By Our Staff Correspondent
WASHINGTON, Feb 12: Coinciding with General Pervez Musharraf's first official visit to Washington, the United States has expressed its backing for a dialogue between Pakistan and India and urged restraint by both countries to 'help foster an atmosphere in which that dialogue can take place.'
The US has also lent its support to President Musharraf's moves against extremism, praising the 'forthright' stand he took in his Jan 12 speech against terrorism and intolerance that "sets an example for leaders everywhere." Besides the $1 billion already committed, the US is expected to make announcements on further US assistance to Pakistan during Gen Musharraf's visit, which began with his arrival at the Andrews Air Force base from Boston on Tuesday morning. He meets President George Bush at the White House on Wednesday.
A senior State Department official, briefing Washington-based Pakistani journalists, declined to go into the details of additional economic assistance, but referred to Gen Musharraf's commitment to reform Pakistan's economy and educational system, saying President Bush would be talking to the Pakistani leader about how the US could assist in the process. The official also underlined American interest in the restoration of Pakistan's elected-democratic government. "We are pleased by President Musharraf's announcement that national and provincial elections will be held this fall on schedule, as part of a larger commitment to the reestablishment of the democratic political system," the senior official said. "We are pleased by the recent announcement by the government of electoral reforms, particularly its welcome decision to institute a joint-electorate system." Asked to comment on Gen Musharraf's reported decision to declare himself president for five years, the senior official said no mechanism had been disclosed toward this end and indicated that it would be premature to comment on any such proposal at this point.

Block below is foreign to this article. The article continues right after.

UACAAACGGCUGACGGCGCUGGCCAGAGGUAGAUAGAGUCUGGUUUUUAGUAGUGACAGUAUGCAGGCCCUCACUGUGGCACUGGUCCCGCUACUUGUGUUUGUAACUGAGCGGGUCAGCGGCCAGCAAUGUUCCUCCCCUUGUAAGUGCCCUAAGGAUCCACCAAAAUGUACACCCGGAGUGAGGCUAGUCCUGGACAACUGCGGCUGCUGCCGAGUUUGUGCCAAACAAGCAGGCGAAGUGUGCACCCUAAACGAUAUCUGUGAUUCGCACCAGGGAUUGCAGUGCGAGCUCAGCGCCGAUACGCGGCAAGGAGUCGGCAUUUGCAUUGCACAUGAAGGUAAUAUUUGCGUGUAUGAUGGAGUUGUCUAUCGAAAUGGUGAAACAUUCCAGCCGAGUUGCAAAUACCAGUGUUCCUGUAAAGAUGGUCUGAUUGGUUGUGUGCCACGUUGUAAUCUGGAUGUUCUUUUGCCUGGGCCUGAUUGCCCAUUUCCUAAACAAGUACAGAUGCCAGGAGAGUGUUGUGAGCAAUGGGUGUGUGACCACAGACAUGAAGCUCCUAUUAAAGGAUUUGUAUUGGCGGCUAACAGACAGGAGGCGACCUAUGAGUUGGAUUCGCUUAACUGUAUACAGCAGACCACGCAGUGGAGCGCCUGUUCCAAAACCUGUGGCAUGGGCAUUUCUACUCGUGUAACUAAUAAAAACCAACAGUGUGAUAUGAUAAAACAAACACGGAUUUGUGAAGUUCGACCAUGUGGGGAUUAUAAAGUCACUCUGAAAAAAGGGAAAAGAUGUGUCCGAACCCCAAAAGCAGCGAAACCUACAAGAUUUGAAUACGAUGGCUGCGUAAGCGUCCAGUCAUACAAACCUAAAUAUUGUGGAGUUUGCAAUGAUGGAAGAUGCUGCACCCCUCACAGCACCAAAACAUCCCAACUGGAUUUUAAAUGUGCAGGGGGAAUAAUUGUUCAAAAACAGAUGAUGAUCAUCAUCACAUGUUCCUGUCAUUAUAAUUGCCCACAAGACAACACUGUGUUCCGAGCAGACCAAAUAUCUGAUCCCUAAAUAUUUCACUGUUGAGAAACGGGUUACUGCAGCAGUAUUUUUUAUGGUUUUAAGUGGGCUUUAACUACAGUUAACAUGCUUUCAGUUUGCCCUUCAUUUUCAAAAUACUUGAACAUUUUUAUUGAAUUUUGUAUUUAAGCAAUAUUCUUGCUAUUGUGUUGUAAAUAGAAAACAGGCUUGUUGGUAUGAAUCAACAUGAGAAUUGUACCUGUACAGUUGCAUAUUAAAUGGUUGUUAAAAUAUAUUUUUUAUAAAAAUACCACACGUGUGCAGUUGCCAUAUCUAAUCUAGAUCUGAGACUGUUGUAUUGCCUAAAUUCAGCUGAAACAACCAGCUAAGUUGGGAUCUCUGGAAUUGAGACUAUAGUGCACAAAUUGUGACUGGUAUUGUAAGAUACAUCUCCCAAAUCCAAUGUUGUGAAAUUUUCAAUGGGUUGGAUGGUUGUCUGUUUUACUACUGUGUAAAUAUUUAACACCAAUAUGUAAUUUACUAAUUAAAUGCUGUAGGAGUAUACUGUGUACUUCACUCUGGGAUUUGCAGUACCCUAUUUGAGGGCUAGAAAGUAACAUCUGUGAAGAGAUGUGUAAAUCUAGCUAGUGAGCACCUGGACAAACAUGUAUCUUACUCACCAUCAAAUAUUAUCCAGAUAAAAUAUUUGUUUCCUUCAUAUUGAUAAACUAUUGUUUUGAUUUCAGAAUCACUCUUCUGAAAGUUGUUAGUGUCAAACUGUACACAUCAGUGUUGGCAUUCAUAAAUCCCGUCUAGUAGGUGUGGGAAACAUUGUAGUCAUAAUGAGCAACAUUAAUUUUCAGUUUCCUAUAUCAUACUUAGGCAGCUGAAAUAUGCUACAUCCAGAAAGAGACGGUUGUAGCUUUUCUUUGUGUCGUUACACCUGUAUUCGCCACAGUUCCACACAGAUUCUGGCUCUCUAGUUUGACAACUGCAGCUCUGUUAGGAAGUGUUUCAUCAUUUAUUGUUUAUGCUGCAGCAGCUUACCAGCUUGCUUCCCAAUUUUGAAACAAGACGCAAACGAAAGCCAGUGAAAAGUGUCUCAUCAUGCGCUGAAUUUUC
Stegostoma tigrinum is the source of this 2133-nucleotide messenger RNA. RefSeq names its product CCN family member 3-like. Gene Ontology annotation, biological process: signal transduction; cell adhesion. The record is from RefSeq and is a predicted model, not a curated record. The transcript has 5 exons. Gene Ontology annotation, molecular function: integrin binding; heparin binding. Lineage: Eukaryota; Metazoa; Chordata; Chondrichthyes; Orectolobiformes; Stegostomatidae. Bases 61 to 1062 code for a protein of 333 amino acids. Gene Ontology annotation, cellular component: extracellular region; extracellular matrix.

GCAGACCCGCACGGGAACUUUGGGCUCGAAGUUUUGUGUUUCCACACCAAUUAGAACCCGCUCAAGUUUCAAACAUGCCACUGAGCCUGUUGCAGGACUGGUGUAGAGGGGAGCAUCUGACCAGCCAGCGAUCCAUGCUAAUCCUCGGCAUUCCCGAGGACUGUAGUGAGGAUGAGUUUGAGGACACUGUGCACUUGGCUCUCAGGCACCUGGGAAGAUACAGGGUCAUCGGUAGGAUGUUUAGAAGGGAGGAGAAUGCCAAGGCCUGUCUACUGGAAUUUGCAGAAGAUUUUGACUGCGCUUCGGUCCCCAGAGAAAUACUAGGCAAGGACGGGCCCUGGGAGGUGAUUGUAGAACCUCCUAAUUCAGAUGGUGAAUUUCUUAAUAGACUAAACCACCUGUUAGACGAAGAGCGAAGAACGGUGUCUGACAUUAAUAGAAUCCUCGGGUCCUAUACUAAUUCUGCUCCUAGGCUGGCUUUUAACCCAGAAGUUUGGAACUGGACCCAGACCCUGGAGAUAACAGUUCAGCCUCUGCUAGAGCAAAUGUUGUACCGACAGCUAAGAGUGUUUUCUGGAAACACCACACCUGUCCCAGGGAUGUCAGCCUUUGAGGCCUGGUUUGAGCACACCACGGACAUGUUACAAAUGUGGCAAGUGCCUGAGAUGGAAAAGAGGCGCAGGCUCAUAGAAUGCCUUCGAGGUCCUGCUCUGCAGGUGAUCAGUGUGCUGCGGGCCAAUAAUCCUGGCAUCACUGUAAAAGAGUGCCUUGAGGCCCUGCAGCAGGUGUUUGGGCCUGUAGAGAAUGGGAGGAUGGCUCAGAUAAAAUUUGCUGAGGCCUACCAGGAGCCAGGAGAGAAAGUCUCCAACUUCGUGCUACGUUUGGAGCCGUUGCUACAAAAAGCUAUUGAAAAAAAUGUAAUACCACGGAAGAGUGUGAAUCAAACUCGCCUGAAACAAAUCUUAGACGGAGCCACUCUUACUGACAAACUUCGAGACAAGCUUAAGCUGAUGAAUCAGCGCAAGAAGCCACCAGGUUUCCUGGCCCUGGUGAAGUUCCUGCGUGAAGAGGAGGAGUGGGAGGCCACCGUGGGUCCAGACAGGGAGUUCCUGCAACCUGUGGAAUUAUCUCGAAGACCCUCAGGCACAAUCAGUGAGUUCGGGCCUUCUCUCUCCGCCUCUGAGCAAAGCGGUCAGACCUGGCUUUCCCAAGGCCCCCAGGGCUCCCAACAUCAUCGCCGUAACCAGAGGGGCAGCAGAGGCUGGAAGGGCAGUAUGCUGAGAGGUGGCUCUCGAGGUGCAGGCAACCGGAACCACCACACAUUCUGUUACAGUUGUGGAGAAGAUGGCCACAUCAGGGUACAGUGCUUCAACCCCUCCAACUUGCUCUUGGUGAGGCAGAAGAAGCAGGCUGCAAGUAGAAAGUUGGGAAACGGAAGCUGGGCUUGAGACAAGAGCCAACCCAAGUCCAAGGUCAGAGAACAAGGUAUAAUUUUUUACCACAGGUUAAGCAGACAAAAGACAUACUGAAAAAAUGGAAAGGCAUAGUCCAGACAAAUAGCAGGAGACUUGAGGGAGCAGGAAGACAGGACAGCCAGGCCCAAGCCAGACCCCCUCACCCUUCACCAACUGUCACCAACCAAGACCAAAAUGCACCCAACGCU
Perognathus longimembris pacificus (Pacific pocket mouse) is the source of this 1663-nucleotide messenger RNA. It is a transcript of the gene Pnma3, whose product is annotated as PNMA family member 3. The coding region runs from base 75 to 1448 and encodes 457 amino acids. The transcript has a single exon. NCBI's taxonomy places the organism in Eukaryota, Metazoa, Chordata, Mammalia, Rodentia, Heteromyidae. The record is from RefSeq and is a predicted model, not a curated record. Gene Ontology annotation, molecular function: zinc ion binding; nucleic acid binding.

Noting that Pakistan's support had been essential in the objective of rooting terrorist organizations out of Afghanistan, the senior official said the US would be talking to Gen Musharraf about how to further pursue this goal and to establish peace and stability in Afghanistan. Sending out a somewhat different signal, The Washington Post, in an editorial on the Musharraf visit, expressed the view on Tuesday that the general's crackdown on militants had not been entirely "uncompromising," and that many militants had been allowed to remain free in exchange for "lying low." The paper said the US should make it clear to the general that he must decisively break free from terrorists on the Kashmir front also, and the Bush administration should weigh whether it can help galvanize a peace process between India and Pakistan without compromising its long-standing neutrality in the conflict.
The senior State Department official briefing Pakistani journalists was also asked about a possible US role in settling disputes between Islamabad and New Delhi when it was stated that Washington was proceeding on the basic premise that the two sides wanted to settle their differences. "We do want to help, to offer our good offices, but we can't go beyond," saying that the two countries should want this to happen. Recent events had underlined the importance of a dialogue between the two countries, the official said.
The official also reiterated the usual US formulation that it did not wish to look at either India or Pakistan through the prism of bilateral relations with one or the other country, treating each on its own. A Pakistani official described the Musharraf visit as part of an effort to bring the bilateral relationship with the US more in sync with the post-cold war world. At the White House talks on Wednesday, Gen Musharraf will be assisted by the finance and commerce ministers, the foreign secretary and Pakistan Ambassador Maleeha Lodhi.
The president will be staying at the Blair House, where, among his callers, would be Treasury Secretary Paul O'Neil and former head of the United States Central Command Gen Zinni, who reportedly was among those contacted immediately after the 1999 military coup.